Finally, bribery did not pay off for a lawyer-turned-politician who traded permits for payoffs in New Jersey.112 During his campaign, and after being elected Mayor of Hoboken, attorney Peter J. Cammarano, III accepted monies from a cooperating witness disguised as a developer.113 For a $25,000 fee, the mayor agreed to “expedite[] zoning approvals for unspecified construction projects.”114 Arrested after just a month in office, Cammarano resigned as mayor and pled guilty to one count of conspiracy to obstruct interstate commerce by extortion under color of official right.115 The now-former mayor was ordered to make restitution of $25,000 and sentenced to two years in federal prison, to be followed by two years of supervised release.116

“On the basis of the criminal conviction, the Office of Attorney Ethics (OAE) filed a motion for final discipline with the Disciplinary Review Board.”117 Though “[t]he OAE recommended disbarment . . . a four-member majority of the [Board] voted [instead] to impose a three-year . . . suspension” because Cammarano did not orchestrate the scheme.118 The Supreme Court of New Jersey then granted the OAE’s petition for review and ordered Cammarano’s disbarment.119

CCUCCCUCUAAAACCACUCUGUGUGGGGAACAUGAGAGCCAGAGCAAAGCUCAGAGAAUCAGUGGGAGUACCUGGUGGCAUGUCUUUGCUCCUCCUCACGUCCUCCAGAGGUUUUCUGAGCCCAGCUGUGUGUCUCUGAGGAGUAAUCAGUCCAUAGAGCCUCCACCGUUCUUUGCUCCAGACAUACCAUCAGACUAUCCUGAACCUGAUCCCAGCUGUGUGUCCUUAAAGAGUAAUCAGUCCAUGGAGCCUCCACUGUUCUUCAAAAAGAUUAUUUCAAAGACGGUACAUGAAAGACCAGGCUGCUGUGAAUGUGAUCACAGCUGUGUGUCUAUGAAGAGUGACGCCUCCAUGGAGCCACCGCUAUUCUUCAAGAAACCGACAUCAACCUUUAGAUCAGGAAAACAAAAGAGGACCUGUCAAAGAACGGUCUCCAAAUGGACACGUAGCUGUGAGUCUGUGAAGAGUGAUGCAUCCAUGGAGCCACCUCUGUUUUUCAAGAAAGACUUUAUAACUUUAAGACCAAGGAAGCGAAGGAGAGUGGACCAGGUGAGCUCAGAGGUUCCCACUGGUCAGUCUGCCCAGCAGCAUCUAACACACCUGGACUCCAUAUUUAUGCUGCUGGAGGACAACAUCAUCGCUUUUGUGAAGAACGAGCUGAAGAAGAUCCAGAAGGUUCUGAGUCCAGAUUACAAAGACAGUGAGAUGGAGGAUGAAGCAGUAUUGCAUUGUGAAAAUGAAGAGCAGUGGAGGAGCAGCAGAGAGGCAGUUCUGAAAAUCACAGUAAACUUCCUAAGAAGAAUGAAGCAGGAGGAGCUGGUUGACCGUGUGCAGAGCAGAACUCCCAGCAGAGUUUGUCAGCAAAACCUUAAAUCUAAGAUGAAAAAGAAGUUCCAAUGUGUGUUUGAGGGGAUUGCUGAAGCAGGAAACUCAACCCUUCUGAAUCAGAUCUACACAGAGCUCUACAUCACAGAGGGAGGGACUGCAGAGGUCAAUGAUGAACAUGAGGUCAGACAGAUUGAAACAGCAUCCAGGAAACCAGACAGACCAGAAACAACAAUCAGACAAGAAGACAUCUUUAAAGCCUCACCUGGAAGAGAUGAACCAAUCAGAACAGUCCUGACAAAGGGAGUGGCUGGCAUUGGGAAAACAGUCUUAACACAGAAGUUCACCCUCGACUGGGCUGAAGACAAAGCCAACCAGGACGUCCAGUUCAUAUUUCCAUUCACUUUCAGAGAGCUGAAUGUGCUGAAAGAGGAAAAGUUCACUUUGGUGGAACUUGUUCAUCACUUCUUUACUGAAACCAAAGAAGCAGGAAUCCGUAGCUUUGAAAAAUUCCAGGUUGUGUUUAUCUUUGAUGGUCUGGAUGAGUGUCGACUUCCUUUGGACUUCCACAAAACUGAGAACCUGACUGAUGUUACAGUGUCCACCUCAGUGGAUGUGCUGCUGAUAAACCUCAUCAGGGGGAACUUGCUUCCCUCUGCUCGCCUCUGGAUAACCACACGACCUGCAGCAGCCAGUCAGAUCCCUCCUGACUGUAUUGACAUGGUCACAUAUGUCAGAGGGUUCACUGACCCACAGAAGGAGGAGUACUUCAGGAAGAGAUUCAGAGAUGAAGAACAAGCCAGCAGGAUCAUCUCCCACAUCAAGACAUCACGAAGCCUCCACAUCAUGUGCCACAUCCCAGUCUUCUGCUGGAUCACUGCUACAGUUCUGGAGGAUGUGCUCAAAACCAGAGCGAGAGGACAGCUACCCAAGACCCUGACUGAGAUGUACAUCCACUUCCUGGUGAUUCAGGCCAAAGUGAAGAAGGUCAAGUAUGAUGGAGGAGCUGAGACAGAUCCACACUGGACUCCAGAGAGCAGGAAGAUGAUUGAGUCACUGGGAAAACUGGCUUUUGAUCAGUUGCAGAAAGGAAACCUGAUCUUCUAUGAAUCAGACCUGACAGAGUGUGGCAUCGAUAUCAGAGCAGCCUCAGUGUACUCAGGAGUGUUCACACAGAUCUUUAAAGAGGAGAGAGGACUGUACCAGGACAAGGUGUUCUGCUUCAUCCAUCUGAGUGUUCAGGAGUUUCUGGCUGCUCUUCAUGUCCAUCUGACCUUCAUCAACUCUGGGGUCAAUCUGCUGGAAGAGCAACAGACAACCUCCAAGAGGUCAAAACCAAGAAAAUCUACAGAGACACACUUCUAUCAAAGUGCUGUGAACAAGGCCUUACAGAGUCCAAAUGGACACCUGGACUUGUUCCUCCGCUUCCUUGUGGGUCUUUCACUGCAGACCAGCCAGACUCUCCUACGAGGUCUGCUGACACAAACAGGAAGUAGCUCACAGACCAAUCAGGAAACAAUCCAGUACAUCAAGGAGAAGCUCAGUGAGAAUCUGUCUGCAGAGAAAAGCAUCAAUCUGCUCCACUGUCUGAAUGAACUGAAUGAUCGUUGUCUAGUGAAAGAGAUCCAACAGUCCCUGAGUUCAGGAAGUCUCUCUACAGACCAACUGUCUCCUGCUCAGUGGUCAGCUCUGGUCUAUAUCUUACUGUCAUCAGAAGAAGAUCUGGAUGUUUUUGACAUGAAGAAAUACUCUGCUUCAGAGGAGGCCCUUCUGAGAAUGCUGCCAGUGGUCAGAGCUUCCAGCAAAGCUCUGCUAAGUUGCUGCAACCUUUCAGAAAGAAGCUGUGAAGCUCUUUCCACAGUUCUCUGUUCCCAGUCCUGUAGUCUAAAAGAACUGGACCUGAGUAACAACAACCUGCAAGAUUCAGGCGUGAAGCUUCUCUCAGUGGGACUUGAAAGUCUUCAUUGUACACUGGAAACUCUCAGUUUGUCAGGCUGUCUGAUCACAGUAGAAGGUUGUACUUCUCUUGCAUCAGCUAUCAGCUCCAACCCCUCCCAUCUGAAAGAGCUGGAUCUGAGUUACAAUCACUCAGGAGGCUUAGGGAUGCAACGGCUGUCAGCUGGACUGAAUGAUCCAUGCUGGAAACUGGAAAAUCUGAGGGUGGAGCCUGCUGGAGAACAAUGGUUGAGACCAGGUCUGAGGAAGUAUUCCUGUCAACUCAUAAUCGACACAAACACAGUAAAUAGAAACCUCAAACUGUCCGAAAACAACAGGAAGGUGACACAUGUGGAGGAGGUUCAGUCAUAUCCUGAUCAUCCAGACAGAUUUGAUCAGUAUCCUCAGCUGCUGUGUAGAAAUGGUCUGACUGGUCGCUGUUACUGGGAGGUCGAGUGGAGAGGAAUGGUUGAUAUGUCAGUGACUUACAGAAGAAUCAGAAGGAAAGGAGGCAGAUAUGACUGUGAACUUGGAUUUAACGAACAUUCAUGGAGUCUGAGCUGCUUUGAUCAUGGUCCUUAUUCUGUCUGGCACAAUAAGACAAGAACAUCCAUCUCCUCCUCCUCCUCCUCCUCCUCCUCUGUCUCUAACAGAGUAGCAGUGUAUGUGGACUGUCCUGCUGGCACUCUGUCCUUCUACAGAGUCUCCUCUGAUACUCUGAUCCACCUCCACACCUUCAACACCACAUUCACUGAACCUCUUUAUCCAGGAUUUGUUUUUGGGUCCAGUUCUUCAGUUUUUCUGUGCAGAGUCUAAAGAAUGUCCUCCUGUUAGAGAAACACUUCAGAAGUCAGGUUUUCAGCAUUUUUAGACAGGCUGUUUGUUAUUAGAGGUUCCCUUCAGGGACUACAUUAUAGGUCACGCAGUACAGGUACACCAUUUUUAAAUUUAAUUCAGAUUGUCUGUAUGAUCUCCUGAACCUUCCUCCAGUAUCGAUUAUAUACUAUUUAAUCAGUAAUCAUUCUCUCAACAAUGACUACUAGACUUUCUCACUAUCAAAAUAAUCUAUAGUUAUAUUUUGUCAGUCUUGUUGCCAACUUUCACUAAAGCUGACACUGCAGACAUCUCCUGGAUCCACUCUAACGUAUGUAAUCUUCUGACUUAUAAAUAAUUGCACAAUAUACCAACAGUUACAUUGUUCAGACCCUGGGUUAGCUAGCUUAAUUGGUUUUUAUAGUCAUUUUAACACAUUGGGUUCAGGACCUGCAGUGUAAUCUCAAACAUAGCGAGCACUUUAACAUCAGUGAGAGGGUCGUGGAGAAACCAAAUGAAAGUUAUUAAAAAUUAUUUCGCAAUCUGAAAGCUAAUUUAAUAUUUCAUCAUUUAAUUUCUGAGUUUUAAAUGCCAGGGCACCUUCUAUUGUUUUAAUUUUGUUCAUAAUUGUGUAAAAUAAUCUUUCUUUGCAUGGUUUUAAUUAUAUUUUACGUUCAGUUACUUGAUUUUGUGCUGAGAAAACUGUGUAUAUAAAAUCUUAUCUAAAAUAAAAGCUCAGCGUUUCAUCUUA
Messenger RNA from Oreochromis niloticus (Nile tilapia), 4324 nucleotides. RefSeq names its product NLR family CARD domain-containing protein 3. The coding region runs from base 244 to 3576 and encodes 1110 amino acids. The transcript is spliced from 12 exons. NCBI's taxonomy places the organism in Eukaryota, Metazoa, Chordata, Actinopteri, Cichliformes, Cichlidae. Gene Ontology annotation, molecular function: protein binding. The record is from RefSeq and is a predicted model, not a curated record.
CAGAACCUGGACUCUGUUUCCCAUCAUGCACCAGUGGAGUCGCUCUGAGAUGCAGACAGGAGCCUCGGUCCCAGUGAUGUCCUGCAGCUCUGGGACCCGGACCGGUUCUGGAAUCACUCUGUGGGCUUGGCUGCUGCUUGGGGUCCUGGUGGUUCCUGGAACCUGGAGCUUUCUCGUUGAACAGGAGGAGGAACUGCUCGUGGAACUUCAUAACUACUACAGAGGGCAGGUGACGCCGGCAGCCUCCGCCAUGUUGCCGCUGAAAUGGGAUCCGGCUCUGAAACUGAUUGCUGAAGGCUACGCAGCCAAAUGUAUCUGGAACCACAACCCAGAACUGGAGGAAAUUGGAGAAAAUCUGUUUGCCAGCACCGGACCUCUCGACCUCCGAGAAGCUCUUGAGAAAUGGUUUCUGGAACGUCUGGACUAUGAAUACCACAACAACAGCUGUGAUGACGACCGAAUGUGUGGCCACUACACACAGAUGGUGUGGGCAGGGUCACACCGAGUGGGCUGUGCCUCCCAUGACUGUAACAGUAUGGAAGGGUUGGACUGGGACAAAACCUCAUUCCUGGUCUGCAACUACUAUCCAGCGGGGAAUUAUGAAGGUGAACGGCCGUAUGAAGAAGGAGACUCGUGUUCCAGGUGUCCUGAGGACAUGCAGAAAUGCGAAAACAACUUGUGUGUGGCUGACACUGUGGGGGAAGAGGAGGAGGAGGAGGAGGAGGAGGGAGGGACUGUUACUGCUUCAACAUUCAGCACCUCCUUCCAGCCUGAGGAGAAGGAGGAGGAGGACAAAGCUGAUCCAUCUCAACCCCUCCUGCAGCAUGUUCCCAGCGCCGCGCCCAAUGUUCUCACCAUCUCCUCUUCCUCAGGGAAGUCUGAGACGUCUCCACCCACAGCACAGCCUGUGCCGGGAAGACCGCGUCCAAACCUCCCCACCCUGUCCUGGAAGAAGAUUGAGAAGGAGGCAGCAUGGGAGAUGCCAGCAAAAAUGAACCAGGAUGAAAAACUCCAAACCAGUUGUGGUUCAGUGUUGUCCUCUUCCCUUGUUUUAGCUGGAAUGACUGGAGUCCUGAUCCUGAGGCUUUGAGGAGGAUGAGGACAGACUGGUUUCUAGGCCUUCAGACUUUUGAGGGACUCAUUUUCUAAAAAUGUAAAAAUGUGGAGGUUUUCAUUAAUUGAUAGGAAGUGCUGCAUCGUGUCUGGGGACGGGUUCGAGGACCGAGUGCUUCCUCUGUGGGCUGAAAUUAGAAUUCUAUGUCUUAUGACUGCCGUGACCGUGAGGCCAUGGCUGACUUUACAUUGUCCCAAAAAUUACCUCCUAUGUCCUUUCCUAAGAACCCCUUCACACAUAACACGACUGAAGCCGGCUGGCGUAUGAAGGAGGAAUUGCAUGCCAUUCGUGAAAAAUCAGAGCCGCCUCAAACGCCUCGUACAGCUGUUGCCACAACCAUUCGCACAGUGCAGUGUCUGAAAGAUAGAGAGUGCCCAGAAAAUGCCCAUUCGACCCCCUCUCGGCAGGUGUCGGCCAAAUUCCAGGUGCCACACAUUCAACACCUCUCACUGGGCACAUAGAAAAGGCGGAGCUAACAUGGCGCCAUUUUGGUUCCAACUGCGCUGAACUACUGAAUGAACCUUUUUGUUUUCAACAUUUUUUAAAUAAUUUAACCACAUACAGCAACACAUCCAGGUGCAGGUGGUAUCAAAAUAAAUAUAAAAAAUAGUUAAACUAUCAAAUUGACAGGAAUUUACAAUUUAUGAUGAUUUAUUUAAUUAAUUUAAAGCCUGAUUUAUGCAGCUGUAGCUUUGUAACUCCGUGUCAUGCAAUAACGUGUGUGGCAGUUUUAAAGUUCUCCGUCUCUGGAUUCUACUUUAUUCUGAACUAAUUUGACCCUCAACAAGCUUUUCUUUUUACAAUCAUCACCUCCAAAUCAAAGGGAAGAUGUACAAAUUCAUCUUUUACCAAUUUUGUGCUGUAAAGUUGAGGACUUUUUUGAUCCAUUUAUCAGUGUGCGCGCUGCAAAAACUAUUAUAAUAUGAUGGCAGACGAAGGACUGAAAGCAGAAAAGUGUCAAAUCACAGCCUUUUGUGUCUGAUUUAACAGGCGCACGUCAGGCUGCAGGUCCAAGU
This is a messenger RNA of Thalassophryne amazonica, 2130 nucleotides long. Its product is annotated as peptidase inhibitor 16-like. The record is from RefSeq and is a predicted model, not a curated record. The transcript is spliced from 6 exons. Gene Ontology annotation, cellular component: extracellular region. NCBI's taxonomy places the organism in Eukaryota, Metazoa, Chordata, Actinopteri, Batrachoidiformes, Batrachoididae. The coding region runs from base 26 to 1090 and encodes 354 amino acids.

New Jersey’s high court rebuked Cammarano, calling his actions “so patently offensive to the elementary standards of a lawyer’s professional duty that they per se warrant[ed] disbarment,” and announced that “[g]oing forward, any attorney who is convicted of official bribery or extortion should expect to lose his license to practice law in New Jersey.”120 Thus, despite Cammarano’s previously unsullied reputation, service to the community, contrition, and rehabilitative efforts, “ordering any discipline short of disbarment [would] not be keeping faith” with the court’s duty to the public.121

V.  Conclusion

The Land Use Ethics Committee of the ABA Section on State and Local Government Law strives to stay current by continually reviewing and discussing relevant cases and opinions from around the country that implicate professional responsibility and ethical practices in land use decision making. To ensure that land use proceedings remain fair and transparent, we invite readers to assist in this effort by contributing to the discussion.